Shiitake, velvet foot, hen of the woods, wood ear, cloud ear, slippery jack, brown wreaths of Polish borowik dried and hanging in the stalls of a Krakow market—all these were years away from the room where I lay once, studying the contours of your sex as if it were some subterranean species I’d never encounter again. Because I hadn’t yet tasted oyster—not even portobello— when I thought mushroom, I meant the common white or button, the ones my mother bought for salads or served in butter beside my father’s steak. First taste of love, or toxic look-alike, there was your stalk and cap, the earth and dark, our hunger, wonder, and need. Even now, I can’t identify exactly what we were, or why, some twenty years later, learning you lay dying—were in fact already dead, suspended by machines if not belief—I thought first of your living flesh, the size and shape of you. My amanita phalloides, that room was to exist forever, as a field guide or mossy path, even if as we foraged, we did not once look back.
Médée Furieuse, 1838
Furious Medea, Delacroix called her,
but I can see no rage, unless we count
her breasts, twin weapons pointing fiercely
at us, or the hand clenching a dagger,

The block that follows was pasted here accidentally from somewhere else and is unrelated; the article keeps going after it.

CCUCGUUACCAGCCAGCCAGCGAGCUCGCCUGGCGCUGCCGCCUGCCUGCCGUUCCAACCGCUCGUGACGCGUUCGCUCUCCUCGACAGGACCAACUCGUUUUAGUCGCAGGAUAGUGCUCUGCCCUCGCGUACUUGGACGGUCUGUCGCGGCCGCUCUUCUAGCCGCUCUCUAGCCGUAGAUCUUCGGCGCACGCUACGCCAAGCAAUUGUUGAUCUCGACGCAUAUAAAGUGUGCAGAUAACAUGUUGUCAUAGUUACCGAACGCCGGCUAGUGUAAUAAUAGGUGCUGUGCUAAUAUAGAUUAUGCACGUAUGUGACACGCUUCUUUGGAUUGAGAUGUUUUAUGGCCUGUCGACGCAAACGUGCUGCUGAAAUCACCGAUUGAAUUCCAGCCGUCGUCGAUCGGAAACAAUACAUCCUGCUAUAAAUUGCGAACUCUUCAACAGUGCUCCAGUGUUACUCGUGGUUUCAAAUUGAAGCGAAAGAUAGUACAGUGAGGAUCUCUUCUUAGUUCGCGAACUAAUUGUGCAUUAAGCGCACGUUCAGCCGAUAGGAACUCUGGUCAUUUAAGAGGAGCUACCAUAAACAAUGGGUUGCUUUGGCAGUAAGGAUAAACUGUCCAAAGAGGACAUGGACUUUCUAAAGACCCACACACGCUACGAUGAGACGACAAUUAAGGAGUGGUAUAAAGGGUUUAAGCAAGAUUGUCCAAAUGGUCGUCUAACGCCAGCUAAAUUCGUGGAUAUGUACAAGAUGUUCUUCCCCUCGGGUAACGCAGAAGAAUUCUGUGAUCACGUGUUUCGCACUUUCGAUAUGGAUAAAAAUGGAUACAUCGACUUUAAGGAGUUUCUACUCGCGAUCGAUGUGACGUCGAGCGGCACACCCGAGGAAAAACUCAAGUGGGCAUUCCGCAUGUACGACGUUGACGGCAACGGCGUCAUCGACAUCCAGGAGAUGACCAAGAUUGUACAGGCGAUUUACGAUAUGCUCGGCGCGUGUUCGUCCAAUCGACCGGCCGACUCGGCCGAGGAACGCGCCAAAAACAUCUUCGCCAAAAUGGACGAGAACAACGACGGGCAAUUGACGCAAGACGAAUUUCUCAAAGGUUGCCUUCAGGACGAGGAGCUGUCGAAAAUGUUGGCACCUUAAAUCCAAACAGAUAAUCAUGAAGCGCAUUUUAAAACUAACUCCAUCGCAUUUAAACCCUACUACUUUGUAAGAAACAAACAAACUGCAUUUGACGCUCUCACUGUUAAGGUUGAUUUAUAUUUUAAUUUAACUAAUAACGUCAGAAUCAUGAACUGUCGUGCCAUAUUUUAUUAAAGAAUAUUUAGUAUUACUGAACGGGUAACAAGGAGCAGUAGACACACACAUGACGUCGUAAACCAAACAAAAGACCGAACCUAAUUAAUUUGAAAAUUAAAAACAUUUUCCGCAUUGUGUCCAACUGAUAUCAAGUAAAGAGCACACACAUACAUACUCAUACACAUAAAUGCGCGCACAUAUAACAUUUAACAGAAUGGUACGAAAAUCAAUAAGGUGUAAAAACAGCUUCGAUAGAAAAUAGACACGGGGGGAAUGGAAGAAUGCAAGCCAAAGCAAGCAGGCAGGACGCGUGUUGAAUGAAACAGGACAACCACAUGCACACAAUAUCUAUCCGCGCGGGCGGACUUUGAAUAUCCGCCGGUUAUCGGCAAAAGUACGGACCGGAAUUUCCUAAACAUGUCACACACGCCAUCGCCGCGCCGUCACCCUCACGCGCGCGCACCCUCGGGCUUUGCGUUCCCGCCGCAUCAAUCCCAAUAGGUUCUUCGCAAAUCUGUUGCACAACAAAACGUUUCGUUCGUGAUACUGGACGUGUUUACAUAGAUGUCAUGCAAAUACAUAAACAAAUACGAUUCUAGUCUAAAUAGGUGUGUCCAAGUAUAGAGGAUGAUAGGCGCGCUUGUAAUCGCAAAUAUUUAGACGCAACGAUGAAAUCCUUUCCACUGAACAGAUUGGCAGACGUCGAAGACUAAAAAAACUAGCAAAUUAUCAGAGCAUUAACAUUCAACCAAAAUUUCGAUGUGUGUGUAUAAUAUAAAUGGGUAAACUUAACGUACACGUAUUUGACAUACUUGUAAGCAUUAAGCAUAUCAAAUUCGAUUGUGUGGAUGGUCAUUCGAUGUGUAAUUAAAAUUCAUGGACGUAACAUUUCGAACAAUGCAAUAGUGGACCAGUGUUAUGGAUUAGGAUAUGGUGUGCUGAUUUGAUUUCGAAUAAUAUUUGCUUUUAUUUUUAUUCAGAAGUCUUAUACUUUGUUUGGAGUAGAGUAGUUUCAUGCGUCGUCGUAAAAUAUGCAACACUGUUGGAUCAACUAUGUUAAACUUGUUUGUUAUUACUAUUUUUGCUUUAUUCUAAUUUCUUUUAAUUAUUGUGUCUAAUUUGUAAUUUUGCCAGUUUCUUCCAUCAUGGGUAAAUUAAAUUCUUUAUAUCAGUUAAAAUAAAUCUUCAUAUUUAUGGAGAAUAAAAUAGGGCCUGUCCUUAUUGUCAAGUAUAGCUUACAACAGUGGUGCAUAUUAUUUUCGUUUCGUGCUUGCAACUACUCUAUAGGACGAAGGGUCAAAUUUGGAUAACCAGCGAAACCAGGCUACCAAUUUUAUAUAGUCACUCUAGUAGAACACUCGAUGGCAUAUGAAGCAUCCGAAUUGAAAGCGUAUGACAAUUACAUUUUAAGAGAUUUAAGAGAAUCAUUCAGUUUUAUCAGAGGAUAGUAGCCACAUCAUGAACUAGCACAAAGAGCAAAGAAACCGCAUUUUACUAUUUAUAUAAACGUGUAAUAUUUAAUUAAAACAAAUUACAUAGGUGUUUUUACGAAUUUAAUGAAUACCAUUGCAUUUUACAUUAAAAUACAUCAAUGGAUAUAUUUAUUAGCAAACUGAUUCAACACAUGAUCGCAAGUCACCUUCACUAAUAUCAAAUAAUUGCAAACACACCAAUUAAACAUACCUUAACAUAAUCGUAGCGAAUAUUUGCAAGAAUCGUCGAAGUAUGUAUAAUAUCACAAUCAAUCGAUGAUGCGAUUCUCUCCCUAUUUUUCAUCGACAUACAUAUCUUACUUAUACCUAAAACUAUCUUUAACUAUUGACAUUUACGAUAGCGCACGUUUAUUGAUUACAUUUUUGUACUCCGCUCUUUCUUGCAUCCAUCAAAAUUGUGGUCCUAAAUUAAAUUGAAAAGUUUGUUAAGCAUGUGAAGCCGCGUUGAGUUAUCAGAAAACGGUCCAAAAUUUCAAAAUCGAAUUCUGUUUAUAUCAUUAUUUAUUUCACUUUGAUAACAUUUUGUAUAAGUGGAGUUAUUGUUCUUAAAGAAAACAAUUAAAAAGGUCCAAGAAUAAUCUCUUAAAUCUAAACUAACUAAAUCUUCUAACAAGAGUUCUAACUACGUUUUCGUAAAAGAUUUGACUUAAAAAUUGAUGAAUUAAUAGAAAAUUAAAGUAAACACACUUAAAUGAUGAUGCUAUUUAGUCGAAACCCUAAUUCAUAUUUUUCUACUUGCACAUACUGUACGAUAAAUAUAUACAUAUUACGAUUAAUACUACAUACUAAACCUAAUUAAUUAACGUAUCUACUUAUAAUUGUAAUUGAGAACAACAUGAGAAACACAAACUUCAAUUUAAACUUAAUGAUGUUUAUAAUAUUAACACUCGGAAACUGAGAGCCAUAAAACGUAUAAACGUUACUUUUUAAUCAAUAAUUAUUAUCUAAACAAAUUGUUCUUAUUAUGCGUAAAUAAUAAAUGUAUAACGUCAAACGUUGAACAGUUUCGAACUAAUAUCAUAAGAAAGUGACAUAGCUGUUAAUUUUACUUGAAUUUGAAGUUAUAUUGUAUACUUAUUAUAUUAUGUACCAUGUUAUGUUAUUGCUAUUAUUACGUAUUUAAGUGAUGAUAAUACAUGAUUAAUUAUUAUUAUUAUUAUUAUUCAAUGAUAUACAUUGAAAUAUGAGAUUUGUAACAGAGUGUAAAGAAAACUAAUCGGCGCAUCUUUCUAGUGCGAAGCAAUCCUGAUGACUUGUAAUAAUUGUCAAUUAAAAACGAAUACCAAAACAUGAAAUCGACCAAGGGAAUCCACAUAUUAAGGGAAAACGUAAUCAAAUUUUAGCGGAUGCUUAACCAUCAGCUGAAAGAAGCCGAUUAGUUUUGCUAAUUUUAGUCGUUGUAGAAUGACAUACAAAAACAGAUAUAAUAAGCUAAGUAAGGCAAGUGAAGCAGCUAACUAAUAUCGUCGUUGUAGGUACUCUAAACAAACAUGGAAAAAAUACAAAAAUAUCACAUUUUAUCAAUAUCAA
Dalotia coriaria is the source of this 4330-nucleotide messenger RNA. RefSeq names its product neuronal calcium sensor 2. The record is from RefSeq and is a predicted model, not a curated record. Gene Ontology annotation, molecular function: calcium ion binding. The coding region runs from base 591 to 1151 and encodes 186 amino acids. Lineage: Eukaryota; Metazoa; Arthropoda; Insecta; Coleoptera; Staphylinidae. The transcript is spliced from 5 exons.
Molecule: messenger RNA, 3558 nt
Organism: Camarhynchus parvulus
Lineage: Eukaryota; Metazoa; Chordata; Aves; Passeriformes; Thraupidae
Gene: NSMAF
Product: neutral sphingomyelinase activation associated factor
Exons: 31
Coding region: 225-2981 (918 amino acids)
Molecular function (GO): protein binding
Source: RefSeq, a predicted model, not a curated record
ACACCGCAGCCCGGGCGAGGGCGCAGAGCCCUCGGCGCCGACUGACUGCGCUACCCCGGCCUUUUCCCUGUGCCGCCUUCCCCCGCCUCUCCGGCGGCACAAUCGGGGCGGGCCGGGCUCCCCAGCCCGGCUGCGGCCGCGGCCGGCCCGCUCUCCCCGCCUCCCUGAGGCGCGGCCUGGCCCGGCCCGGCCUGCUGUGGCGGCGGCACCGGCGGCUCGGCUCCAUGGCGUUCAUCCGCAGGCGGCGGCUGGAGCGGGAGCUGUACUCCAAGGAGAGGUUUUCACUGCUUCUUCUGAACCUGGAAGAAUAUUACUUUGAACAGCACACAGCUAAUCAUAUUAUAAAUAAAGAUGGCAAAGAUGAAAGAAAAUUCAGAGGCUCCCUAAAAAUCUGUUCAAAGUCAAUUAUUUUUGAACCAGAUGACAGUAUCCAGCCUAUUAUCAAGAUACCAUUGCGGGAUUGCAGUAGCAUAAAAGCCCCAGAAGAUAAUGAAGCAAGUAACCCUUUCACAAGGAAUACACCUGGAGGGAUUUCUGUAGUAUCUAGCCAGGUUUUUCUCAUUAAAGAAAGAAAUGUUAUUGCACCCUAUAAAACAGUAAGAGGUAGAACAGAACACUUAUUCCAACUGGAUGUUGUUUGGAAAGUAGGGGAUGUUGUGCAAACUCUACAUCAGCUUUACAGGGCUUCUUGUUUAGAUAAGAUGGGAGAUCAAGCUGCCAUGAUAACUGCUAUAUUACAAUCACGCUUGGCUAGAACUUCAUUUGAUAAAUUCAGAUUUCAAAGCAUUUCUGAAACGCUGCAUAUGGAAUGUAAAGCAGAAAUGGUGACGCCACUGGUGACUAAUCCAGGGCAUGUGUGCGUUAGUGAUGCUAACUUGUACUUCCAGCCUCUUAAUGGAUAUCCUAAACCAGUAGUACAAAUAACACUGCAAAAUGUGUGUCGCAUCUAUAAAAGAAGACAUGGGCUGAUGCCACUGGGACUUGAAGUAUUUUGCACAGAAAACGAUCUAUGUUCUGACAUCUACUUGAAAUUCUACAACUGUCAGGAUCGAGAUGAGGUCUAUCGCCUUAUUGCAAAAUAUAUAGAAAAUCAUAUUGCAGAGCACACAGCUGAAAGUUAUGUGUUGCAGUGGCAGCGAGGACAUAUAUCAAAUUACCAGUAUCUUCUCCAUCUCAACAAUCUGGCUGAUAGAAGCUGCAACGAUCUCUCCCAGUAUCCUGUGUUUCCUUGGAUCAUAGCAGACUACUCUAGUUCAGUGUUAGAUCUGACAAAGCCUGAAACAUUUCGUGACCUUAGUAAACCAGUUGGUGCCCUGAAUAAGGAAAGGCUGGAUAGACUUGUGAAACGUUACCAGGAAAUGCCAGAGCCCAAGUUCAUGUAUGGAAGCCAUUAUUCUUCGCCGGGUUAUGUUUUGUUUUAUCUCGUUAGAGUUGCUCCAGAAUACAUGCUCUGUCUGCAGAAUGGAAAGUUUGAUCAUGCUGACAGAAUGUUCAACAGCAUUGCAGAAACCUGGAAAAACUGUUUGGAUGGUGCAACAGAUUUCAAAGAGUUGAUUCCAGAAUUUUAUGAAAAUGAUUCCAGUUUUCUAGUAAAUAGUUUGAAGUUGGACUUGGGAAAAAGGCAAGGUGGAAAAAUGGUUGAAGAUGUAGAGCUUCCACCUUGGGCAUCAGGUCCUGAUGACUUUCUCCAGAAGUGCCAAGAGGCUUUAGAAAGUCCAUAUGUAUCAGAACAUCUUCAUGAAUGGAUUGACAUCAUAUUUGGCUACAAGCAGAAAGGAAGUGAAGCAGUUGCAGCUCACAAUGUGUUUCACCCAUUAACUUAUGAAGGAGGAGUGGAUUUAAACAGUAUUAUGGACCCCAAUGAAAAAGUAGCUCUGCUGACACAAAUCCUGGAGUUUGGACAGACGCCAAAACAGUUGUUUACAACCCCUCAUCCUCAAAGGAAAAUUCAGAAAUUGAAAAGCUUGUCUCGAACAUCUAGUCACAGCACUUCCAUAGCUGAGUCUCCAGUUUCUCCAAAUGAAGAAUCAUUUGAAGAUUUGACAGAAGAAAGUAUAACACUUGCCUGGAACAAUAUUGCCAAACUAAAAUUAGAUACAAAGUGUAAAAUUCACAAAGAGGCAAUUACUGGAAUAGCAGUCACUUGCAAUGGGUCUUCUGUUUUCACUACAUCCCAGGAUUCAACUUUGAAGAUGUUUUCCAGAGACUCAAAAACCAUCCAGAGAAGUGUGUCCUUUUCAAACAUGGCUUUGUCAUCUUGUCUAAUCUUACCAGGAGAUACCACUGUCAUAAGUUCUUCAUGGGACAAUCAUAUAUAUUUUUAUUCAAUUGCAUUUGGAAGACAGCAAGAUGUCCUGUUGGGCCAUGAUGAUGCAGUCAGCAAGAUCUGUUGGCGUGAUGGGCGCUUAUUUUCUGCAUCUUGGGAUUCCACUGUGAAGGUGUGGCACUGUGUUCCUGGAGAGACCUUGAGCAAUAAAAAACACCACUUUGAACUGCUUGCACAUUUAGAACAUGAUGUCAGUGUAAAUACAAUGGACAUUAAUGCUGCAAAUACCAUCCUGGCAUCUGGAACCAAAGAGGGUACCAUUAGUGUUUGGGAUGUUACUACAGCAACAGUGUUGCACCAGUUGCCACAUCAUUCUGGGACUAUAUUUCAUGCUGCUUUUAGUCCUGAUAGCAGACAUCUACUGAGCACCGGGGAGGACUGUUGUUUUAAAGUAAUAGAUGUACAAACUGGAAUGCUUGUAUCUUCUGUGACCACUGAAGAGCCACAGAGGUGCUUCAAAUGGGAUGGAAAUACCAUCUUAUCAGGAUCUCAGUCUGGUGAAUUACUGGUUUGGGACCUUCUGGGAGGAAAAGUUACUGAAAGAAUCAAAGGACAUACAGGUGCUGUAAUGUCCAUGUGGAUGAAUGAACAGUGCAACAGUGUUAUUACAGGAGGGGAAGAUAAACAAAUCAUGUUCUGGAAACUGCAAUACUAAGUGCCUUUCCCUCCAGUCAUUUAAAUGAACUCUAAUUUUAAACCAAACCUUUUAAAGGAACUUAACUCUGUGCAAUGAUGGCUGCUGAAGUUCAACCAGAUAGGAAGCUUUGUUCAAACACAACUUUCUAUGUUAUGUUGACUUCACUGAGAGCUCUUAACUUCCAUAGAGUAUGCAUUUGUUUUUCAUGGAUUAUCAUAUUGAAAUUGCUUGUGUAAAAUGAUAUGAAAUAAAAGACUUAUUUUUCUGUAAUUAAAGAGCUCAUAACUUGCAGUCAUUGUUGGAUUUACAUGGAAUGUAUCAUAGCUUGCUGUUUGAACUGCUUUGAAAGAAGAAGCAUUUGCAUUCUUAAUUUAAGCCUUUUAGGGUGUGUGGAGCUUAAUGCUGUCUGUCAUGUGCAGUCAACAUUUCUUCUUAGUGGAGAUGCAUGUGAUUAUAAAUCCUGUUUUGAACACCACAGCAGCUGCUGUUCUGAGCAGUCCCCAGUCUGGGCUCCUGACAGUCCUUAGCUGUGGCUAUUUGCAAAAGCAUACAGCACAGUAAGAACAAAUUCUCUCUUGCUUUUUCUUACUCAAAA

its shadow slicing her nearest child’s leg.
There is disorder in her hair and robes,
but her face, caught in profile, reveals what we
might read as sadness, a jaw too soft for anger.
The painting’s tension lies in the lack of fury,
in the illusion that she might be guarding
the boys, in our knowledge that she is not.
And the children in her arms—they know it, too.
The one half-hugged, half-throttled squirms away.
The other is folded in a pose so close
to the surrender of nursing he seems at peace
almost, but for his eye, open wide—
and looking directly at us.
How many times
have I seen that look, the flash of fear
on my young daughter’s face when I have raged
at her or some small thing? It passes, the fury
and the terror—my daughter puts on socks;
the driver yields—but I’m left shaken, a stranger.
Maybe all mothers murder their children’s
innocence. In the painting, Medea holds
her boys so close they’re one body again,
two cords she must cut. The children have no choice
but to love the hand that holds the knife.